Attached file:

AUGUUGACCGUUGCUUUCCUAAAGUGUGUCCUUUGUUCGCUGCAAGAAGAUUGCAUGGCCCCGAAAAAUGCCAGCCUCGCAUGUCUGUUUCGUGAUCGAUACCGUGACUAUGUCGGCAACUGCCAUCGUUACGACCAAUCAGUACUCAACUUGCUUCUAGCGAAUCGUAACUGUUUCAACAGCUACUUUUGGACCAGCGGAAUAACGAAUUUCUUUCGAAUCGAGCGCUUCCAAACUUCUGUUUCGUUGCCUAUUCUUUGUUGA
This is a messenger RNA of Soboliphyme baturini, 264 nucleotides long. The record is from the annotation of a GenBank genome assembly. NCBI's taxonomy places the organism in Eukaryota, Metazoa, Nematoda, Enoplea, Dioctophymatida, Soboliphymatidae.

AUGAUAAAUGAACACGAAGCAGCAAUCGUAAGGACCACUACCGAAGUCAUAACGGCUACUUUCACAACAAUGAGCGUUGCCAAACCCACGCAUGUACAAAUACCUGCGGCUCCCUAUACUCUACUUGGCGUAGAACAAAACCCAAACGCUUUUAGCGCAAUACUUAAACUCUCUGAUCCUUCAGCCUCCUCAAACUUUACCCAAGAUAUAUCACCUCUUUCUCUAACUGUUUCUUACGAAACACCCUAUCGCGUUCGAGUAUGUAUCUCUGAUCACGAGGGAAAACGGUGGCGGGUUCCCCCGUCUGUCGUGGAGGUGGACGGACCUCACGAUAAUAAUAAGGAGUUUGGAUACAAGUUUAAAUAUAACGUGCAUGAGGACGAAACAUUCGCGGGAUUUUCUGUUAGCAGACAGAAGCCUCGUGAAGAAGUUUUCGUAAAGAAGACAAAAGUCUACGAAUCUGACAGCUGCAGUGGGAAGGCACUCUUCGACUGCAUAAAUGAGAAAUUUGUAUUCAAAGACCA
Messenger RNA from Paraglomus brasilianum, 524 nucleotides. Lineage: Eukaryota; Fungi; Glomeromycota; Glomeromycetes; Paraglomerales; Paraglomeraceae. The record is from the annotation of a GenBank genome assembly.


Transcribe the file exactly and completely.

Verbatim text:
AUGUUGACCGUUGCUUUCCUAAAGUGUGUCCUUUGUUCGCUGCAAGAAGAUUGCAUGGCCCCGAAAAAUGCCAGCCUCGCAUGUCUGUUUCGUGAUCGAUACCGUGACUAUGUCGGCAACUGCCAUCGUUACGACCAAUCAGUACUCAACUUGCUUCUAGCGAAUCGUAACUGUUUCAACAGCUACUUUUGGACCAGCGGAAUAACGAAUUUCUUUCGAAUCGAGCGCUUCCAAACUUCUGUUUCGUUGCCUAUUCUUUGUUGA
This is a messenger RNA of Soboliphyme baturini, 264 nucleotides long. The record is from the annotation of a GenBank genome assembly. NCBI's taxonomy places the organism in Eukaryota, Metazoa, Nematoda, Enoplea, Dioctophymatida, Soboliphymatidae.

AUGAUAAAUGAACACGAAGCAGCAAUCGUAAGGACCACUACCGAAGUCAUAACGGCUACUUUCACAACAAUGAGCGUUGCCAAACCCACGCAUGUACAAAUACCUGCGGCUCCCUAUACUCUACUUGGCGUAGAACAAAACCCAAACGCUUUUAGCGCAAUACUUAAACUCUCUGAUCCUUCAGCCUCCUCAAACUUUACCCAAGAUAUAUCACCUCUUUCUCUAACUGUUUCUUACGAAACACCCUAUCGCGUUCGAGUAUGUAUCUCUGAUCACGAGGGAAAACGGUGGCGGGUUCCCCCGUCUGUCGUGGAGGUGGACGGACCUCACGAUAAUAAUAAGGAGUUUGGAUACAAGUUUAAAUAUAACGUGCAUGAGGACGAAACAUUCGCGGGAUUUUCUGUUAGCAGACAGAAGCCUCGUGAAGAAGUUUUCGUAAAGAAGACAAAAGUCUACGAAUCUGACAGCUGCAGUGGGAAGGCACUCUUCGACUGCAUAAAUGAGAAAUUUGUAUUCAAAGACCA
Messenger RNA from Paraglomus brasilianum, 524 nucleotides. Lineage: Eukaryota; Fungi; Glomeromycota; Glomeromycetes; Paraglomerales; Paraglomeraceae. The record is from the annotation of a GenBank genome assembly.